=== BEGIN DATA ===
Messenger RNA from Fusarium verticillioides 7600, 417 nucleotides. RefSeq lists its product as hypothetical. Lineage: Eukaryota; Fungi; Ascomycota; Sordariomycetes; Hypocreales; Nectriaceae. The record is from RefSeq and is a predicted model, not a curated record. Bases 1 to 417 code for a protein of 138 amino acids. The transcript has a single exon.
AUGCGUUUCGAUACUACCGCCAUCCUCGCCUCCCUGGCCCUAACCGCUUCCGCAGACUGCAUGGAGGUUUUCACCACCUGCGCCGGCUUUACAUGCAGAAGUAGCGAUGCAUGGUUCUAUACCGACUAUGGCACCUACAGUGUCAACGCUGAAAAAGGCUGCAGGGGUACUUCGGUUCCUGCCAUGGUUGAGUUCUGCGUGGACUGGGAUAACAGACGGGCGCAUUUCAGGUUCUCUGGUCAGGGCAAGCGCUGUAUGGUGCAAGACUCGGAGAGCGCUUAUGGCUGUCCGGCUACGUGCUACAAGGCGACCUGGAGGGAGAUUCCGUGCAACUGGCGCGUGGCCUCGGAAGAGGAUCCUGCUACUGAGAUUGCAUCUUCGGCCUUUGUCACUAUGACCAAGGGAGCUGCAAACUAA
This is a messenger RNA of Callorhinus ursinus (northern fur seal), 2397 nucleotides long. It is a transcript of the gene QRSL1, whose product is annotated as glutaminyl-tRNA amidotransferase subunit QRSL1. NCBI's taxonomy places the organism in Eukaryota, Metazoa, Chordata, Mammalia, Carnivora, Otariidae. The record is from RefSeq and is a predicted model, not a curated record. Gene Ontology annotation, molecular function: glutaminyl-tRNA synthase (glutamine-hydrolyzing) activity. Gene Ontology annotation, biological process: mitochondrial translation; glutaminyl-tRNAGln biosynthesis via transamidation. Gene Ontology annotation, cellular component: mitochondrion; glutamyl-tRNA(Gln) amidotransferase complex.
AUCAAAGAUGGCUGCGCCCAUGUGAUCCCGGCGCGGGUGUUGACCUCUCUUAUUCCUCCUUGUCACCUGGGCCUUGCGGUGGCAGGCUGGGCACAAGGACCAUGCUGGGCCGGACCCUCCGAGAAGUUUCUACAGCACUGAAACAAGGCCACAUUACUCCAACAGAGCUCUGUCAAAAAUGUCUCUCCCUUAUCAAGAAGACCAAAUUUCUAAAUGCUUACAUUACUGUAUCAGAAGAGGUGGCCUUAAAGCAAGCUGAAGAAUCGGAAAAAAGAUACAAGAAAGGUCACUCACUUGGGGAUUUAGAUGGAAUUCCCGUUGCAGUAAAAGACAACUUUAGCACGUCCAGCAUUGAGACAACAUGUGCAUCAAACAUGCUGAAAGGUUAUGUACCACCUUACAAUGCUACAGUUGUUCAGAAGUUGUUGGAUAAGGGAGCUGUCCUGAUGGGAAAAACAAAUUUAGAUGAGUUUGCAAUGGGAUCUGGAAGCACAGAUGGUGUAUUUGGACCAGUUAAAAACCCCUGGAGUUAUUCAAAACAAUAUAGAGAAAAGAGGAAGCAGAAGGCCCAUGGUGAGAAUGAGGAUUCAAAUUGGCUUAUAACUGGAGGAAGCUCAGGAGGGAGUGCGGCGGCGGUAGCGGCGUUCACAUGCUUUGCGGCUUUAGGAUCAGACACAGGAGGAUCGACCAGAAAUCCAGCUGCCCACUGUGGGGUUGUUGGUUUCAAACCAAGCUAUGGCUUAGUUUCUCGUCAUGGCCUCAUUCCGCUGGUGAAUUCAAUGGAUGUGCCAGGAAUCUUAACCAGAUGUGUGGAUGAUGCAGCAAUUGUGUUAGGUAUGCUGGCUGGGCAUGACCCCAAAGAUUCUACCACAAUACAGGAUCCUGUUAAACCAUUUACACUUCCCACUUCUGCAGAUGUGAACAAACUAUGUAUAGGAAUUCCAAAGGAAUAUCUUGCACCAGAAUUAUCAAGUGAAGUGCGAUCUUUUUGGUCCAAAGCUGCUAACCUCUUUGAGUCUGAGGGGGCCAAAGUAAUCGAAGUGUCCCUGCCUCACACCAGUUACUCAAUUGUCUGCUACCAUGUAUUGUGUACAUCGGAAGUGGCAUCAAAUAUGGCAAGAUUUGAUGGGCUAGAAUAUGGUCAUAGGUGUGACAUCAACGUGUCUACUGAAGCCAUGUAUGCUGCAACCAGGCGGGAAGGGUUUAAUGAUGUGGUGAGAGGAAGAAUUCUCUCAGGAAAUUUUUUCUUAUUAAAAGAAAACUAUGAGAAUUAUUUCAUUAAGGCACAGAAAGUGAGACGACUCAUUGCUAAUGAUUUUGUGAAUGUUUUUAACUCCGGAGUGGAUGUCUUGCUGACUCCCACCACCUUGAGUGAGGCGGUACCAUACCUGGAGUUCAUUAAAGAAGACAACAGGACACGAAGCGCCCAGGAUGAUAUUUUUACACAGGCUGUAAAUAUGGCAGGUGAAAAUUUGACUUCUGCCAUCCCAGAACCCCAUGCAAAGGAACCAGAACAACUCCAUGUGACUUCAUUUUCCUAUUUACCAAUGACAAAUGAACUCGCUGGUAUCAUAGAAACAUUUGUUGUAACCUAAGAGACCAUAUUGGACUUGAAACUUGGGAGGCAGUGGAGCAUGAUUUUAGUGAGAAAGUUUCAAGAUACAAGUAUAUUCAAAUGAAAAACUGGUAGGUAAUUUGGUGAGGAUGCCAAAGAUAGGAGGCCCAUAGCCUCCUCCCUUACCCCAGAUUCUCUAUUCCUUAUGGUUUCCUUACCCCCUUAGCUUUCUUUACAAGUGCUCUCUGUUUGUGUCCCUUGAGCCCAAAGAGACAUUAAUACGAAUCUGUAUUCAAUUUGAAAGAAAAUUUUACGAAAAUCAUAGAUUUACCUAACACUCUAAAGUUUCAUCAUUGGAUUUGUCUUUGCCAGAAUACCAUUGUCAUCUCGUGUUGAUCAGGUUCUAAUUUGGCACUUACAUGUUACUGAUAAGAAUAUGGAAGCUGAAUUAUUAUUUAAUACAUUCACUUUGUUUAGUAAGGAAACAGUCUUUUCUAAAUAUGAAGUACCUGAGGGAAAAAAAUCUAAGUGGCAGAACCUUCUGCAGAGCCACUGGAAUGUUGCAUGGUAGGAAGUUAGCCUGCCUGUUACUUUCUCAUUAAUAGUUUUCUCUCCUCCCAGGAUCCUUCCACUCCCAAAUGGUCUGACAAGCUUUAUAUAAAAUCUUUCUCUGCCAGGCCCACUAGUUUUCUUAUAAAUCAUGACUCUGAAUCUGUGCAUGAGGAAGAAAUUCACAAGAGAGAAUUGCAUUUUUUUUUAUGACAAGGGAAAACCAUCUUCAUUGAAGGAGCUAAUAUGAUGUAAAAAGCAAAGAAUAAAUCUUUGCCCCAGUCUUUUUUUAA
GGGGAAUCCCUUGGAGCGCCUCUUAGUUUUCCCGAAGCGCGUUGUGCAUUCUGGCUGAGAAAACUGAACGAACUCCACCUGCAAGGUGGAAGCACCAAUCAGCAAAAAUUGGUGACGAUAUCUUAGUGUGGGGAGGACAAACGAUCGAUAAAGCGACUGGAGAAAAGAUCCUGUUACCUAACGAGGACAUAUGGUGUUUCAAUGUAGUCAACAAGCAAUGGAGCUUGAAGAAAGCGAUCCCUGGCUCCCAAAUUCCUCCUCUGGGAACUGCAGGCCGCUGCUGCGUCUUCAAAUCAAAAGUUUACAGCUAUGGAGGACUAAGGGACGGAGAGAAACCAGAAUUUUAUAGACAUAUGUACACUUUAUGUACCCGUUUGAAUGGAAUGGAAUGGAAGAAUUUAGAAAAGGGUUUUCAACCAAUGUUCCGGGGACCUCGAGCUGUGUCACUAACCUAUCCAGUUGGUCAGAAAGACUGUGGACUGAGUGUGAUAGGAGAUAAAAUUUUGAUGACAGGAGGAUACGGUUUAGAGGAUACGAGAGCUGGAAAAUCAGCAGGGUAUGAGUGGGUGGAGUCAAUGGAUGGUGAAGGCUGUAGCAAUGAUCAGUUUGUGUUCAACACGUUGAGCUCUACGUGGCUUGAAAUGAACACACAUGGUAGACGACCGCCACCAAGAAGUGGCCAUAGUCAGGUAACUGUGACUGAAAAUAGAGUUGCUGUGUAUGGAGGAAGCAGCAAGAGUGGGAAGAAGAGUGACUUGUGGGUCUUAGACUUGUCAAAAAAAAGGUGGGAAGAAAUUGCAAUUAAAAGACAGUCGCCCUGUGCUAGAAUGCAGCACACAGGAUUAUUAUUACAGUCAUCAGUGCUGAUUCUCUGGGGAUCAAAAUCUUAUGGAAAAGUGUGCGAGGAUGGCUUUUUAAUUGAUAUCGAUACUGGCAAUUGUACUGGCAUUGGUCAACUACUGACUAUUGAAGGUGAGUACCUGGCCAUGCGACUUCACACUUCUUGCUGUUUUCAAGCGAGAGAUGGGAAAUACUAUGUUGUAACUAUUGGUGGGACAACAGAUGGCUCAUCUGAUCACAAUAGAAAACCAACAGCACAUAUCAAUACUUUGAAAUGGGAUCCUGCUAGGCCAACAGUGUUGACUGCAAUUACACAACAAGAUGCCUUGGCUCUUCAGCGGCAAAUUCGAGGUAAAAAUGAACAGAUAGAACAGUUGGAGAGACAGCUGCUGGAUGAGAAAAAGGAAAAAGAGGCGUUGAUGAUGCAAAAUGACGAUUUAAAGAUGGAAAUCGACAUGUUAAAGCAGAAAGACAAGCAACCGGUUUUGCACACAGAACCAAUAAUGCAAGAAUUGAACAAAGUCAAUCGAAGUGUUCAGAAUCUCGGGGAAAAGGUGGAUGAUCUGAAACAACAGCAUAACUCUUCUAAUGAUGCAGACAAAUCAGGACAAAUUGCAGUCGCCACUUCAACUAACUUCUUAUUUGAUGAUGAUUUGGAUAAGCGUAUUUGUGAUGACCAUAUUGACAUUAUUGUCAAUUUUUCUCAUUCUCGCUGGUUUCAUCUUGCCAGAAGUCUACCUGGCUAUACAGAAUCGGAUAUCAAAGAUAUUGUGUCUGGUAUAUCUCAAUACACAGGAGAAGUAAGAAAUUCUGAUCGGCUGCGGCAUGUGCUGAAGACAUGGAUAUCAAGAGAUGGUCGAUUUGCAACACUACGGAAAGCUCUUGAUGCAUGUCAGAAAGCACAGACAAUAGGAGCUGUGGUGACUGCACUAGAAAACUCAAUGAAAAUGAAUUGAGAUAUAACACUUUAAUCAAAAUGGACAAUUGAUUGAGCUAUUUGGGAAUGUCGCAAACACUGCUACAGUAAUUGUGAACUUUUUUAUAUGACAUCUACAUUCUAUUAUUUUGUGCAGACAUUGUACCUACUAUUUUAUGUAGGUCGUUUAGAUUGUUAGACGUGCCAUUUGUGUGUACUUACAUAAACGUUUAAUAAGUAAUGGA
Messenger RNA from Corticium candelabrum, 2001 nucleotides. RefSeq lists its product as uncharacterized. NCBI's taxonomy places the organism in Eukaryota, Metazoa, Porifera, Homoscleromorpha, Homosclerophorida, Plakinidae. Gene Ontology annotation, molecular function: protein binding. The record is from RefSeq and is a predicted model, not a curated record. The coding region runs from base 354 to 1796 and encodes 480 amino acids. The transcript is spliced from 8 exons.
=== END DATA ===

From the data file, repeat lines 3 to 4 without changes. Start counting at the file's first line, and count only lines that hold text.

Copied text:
This is a messenger RNA of Callorhinus ursinus (northern fur seal), 2397 nucleotides long. It is a transcript of the gene QRSL1, whose product is annotated as glutaminyl-tRNA amidotransferase subunit QRSL1. NCBI's taxonomy places the organism in Eukaryota, Metazoa, Chordata, Mammalia, Carnivora, Otariidae. The record is from RefSeq and is a predicted model, not a curated record. Gene Ontology annotation, molecular function: glutaminyl-tRNA synthase (glutamine-hydrolyzing) activity. Gene Ontology annotation, biological process: mitochondrial translation; glutaminyl-tRNAGln biosynthesis via transamidation. Gene Ontology annotation, cellular component: mitochondrion; glutamyl-tRNA(Gln) amidotransferase complex.
AUCAAAGAUGGCUGCGCCCAUGUGAUCCCGGCGCGGGUGUUGACCUCUCUUAUUCCUCCUUGUCACCUGGGCCUUGCGGUGGCAGGCUGGGCACAAGGACCAUGCUGGGCCGGACCCUCCGAGAAGUUUCUACAGCACUGAAACAAGGCCACAUUACUCCAACAGAGCUCUGUCAAAAAUGUCUCUCCCUUAUCAAGAAGACCAAAUUUCUAAAUGCUUACAUUACUGUAUCAGAAGAGGUGGCCUUAAAGCAAGCUGAAGAAUCGGAAAAAAGAUACAAGAAAGGUCACUCACUUGGGGAUUUAGAUGGAAUUCCCGUUGCAGUAAAAGACAACUUUAGCACGUCCAGCAUUGAGACAACAUGUGCAUCAAACAUGCUGAAAGGUUAUGUACCACCUUACAAUGCUACAGUUGUUCAGAAGUUGUUGGAUAAGGGAGCUGUCCUGAUGGGAAAAACAAAUUUAGAUGAGUUUGCAAUGGGAUCUGGAAGCACAGAUGGUGUAUUUGGACCAGUUAAAAACCCCUGGAGUUAUUCAAAACAAUAUAGAGAAAAGAGGAAGCAGAAGGCCCAUGGUGAGAAUGAGGAUUCAAAUUGGCUUAUAACUGGAGGAAGCUCAGGAGGGAGUGCGGCGGCGGUAGCGGCGUUCACAUGCUUUGCGGCUUUAGGAUCAGACACAGGAGGAUCGACCAGAAAUCCAGCUGCCCACUGUGGGGUUGUUGGUUUCAAACCAAGCUAUGGCUUAGUUUCUCGUCAUGGCCUCAUUCCGCUGGUGAAUUCAAUGGAUGUGCCAGGAAUCUUAACCAGAUGUGUGGAUGAUGCAGCAAUUGUGUUAGGUAUGCUGGCUGGGCAUGACCCCAAAGAUUCUACCACAAUACAGGAUCCUGUUAAACCAUUUACACUUCCCACUUCUGCAGAUGUGAACAAACUAUGUAUAGGAAUUCCAAAGGAAUAUCUUGCACCAGAAUUAUCAAGUGAAGUGCGAUCUUUUUGGUCCAAAGCUGCUAACCUCUUUGAGUCUGAGGGGGCCAAAGUAAUCGAAGUGUCCCUGCCUCACACCAGUUACUCAAUUGUCUGCUACCAUGUAUUGUGUACAUCGGAAGUGGCAUCAAAUAUGGCAAGAUUUGAUGGGCUAGAAUAUGGUCAUAGGUGUGACAUCAACGUGUCUACUGAAGCCAUGUAUGCUGCAACCAGGCGGGAAGGGUUUAAUGAUGUGGUGAGAGGAAGAAUUCUCUCAGGAAAUUUUUUCUUAUUAAAAGAAAACUAUGAGAAUUAUUUCAUUAAGGCACAGAAAGUGAGACGACUCAUUGCUAAUGAUUUUGUGAAUGUUUUUAACUCCGGAGUGGAUGUCUUGCUGACUCCCACCACCUUGAGUGAGGCGGUACCAUACCUGGAGUUCAUUAAAGAAGACAACAGGACACGAAGCGCCCAGGAUGAUAUUUUUACACAGGCUGUAAAUAUGGCAGGUGAAAAUUUGACUUCUGCCAUCCCAGAACCCCAUGCAAAGGAACCAGAACAACUCCAUGUGACUUCAUUUUCCUAUUUACCAAUGACAAAUGAACUCGCUGGUAUCAUAGAAACAUUUGUUGUAACCUAAGAGACCAUAUUGGACUUGAAACUUGGGAGGCAGUGGAGCAUGAUUUUAGUGAGAAAGUUUCAAGAUACAAGUAUAUUCAAAUGAAAAACUGGUAGGUAAUUUGGUGAGGAUGCCAAAGAUAGGAGGCCCAUAGCCUCCUCCCUUACCCCAGAUUCUCUAUUCCUUAUGGUUUCCUUACCCCCUUAGCUUUCUUUACAAGUGCUCUCUGUUUGUGUCCCUUGAGCCCAAAGAGACAUUAAUACGAAUCUGUAUUCAAUUUGAAAGAAAAUUUUACGAAAAUCAUAGAUUUACCUAACACUCUAAAGUUUCAUCAUUGGAUUUGUCUUUGCCAGAAUACCAUUGUCAUCUCGUGUUGAUCAGGUUCUAAUUUGGCACUUACAUGUUACUGAUAAGAAUAUGGAAGCUGAAUUAUUAUUUAAUACAUUCACUUUGUUUAGUAAGGAAACAGUCUUUUCUAAAUAUGAAGUACCUGAGGGAAAAAAAUCUAAGUGGCAGAACCUUCUGCAGAGCCACUGGAAUGUUGCAUGGUAGGAAGUUAGCCUGCCUGUUACUUUCUCAUUAAUAGUUUUCUCUCCUCCCAGGAUCCUUCCACUCCCAAAUGGUCUGACAAGCUUUAUAUAAAAUCUUUCUCUGCCAGGCCCACUAGUUUUCUUAUAAAUCAUGACUCUGAAUCUGUGCAUGAGGAAGAAAUUCACAAGAGAGAAUUGCAUUUUUUUUUAUGACAAGGGAAAACCAUCUUCAUUGAAGGAGCUAAUAUGAUGUAAAAAGCAAAGAAUAAAUCUUUGCCCCAGUCUUUUUUUAA